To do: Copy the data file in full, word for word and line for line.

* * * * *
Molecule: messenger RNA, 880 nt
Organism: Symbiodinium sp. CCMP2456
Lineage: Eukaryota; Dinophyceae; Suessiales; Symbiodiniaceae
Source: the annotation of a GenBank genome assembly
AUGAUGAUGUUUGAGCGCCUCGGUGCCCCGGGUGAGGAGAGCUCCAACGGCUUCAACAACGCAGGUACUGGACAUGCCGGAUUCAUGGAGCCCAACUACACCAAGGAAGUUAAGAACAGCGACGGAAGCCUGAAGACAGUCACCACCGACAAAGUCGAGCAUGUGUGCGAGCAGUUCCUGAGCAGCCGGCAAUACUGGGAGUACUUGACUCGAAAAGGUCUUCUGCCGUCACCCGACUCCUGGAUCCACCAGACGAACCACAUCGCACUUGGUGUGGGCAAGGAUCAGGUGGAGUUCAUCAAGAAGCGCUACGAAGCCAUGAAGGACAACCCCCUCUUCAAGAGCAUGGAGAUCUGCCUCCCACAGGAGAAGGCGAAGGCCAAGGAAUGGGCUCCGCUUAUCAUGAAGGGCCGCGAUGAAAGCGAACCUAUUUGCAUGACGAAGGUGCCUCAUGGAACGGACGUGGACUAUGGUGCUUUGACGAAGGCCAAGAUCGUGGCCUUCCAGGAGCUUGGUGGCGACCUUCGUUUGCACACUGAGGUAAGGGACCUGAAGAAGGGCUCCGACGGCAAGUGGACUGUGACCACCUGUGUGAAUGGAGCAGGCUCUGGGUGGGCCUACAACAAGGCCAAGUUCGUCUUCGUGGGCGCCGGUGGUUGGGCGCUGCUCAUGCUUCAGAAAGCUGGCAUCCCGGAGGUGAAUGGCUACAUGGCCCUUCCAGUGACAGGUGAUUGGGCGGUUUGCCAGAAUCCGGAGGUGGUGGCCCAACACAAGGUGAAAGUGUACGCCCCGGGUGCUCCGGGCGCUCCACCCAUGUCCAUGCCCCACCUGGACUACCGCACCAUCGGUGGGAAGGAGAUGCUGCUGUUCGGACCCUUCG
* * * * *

Molecule: messenger RNA, 880 nt
Organism: Symbiodinium sp. CCMP2456
Lineage: Eukaryota; Dinophyceae; Suessiales; Symbiodiniaceae
Source: the annotation of a GenBank genome assembly
AUGAUGAUGUUUGAGCGCCUCGGUGCCCCGGGUGAGGAGAGCUCCAACGGCUUCAACAACGCAGGUACUGGACAUGCCGGAUUCAUGGAGCCCAACUACACCAAGGAAGUUAAGAACAGCGACGGAAGCCUGAAGACAGUCACCACCGACAAAGUCGAGCAUGUGUGCGAGCAGUUCCUGAGCAGCCGGCAAUACUGGGAGUACUUGACUCGAAAAGGUCUUCUGCCGUCACCCGACUCCUGGAUCCACCAGACGAACCACAUCGCACUUGGUGUGGGCAAGGAUCAGGUGGAGUUCAUCAAGAAGCGCUACGAAGCCAUGAAGGACAACCCCCUCUUCAAGAGCAUGGAGAUCUGCCUCCCACAGGAGAAGGCGAAGGCCAAGGAAUGGGCUCCGCUUAUCAUGAAGGGCCGCGAUGAAAGCGAACCUAUUUGCAUGACGAAGGUGCCUCAUGGAACGGACGUGGACUAUGGUGCUUUGACGAAGGCCAAGAUCGUGGCCUUCCAGGAGCUUGGUGGCGACCUUCGUUUGCACACUGAGGUAAGGGACCUGAAGAAGGGCUCCGACGGCAAGUGGACUGUGACCACCUGUGUGAAUGGAGCAGGCUCUGGGUGGGCCUACAACAAGGCCAAGUUCGUCUUCGUGGGCGCCGGUGGUUGGGCGCUGCUCAUGCUUCAGAAAGCUGGCAUCCCGGAGGUGAAUGGCUACAUGGCCCUUCCAGUGACAGGUGAUUGGGCGGUUUGCCAGAAUCCGGAGGUGGUGGCCCAACACAAGGUGAAAGUGUACGCCCCGGGUGCUCCGGGCGCUCCACCCAUGUCCAUGCCCCACCUGGACUACCGCACCAUCGGUGGGAAGGAGAUGCUGCUGUUCGGACCCUUCG